At a local coffeehouse in this small town Thursday morning, most patrons’ minds were on House Bill 2 — the state’s infamous “bathroom bill” that prevents transgender people from using the restroom that matches their gender identity. An important deadline was about to expire: The NCAA had threatened to remove all championship basketball games from the state through 2022 if H.B. 2 was not repealed by Thursday. Because the political and financial cost of such a move would dwarf the billions already lost to the law, on Wednesday night the state’s Republican leadership and the new Democratic governor, Roy Cooper, forged an unholy deal — a kind of bait-and-switch meant to keep NCAA games and their revenue in the Tar Heel State — and sent it to the legislature Thursday, where it was approved with bipartisan support and later signed by Cooper.
“It’s not about principle, it’s about the money” was the overall take Thursday morning from the cafe gang of six, which included a real estate agent, an ironworker and a schoolteacher. By that they meant North Carolina’s state leaders were dialing for dollars.
Supporters of the measure, such as Republican Senate leader Phil Berger, claimed that the new law repeals H.B. 2 and “protects the safety and the privacy [of women and girls] in restrooms, locker rooms, and shower facilities.” “Compromises are ofttimes difficult to get to,” he added, “and sometimes difficult for folks to fully appreciate at the time.”
In fact, it’s a misnomer to call the new measure a “repeal” of H.B. 2. It’s really more of a replacement or renaming, as the new law doesn’t differ substantially from its predecessor: It prohibits state and local agencies, including cities and the University of North Carolina, from the “regulation of access” to multi-occupancy restrooms, showers and locker rooms unless in accordance with the legislature. In other words, cities such as Raleigh, Durham and my little Hillsborough would be prohibited from enacting legislation to protect transgender people from harassment and discrimination in public restrooms. The new law also bans cities and towns statewide from passing LGBT nondiscrimination measures through the end of 2020. Transgender people in this state can still be fired at will or denied housing or health care simply because of their gender identity.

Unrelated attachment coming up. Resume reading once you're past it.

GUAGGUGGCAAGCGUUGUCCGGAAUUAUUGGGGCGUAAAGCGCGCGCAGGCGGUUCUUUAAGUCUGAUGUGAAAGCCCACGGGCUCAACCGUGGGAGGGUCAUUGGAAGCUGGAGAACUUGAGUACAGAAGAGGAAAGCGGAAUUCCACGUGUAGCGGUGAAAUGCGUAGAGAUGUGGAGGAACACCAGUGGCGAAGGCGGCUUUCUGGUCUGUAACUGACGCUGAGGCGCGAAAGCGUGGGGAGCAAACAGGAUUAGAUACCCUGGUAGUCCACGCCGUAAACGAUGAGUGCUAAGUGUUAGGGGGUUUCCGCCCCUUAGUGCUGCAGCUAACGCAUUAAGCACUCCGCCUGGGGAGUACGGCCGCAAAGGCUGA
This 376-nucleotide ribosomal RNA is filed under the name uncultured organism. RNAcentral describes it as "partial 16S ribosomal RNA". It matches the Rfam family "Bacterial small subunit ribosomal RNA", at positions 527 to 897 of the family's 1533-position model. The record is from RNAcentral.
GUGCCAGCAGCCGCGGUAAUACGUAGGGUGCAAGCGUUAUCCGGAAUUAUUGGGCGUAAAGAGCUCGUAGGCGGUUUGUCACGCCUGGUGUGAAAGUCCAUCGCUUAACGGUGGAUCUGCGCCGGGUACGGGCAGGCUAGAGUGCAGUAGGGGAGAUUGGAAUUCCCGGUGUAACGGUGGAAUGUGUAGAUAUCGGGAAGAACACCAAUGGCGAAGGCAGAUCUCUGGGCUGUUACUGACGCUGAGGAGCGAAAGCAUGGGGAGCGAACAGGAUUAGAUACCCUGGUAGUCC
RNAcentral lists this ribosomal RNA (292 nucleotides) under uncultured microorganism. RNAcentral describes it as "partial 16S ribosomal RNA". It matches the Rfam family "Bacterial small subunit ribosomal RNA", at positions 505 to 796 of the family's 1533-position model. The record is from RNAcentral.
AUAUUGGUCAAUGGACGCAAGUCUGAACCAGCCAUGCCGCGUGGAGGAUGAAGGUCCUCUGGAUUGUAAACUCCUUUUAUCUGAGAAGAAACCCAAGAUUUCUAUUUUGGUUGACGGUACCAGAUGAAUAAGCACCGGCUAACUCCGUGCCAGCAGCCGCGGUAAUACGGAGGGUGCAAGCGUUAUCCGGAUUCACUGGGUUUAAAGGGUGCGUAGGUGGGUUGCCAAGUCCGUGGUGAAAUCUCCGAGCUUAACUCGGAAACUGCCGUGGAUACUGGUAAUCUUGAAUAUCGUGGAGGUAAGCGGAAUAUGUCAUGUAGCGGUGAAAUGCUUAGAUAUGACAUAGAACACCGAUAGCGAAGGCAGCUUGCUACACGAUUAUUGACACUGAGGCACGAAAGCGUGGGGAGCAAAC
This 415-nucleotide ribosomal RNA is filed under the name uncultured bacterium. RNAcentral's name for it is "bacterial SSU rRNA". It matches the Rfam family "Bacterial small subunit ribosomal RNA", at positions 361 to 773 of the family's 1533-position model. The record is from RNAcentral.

It’s always dicey to make comparisons between the struggles of African Americans and lesbian, gay, bisexual and transgender people to secure equal rights and protections. But would a deal that restricted cities and the state’s flagship public university from ensuring African Americans could use the same restroom facilities as whites be considered anywhere near a “compromise”? Of course not. Yet the state’s political leaders — Republicans and Democrats alike — apparently consider it acceptable to “compromise” on the rights of transgender people.
You can vote to “repeal” H.B. 2 all the way to kingdom come, but it makes no difference if the discriminatory provisions remain essentially the same, which is the case. As Democratic state Rep. Susan Fisher said during the debate, “This is an accountability moment for all of us. We don’t compromise on civil rights.” Well, yes we did.
Cooper said Wednesday night that he supports the “repeal compromise,” even though “it’s not a perfect deal,” because it “begins to repair our reputation.” What he and the state’s GOP leaders really mean is that they hope the NCAA will be fooled by the trickery and award basketball championship games — and the bucks that come with them — to North Carolina. That remains to be seen.
As I left the cafe Thursday morning, with the “compromise” considered a done deal, one customer told me: “The politicians have no morality. . . . It’s just more evidence that Tobacco Road rules this state.” Allow me to translate: Tobacco Road is another way to say the Big Business of College Basketball. More than a whole year into this mess, the politicians should look instead at what North Carolinians think. I can tell you that my friends at the coffee shop have a lot more on their minds than basketball, starting with the “morality” of treating all North Carolinians equally.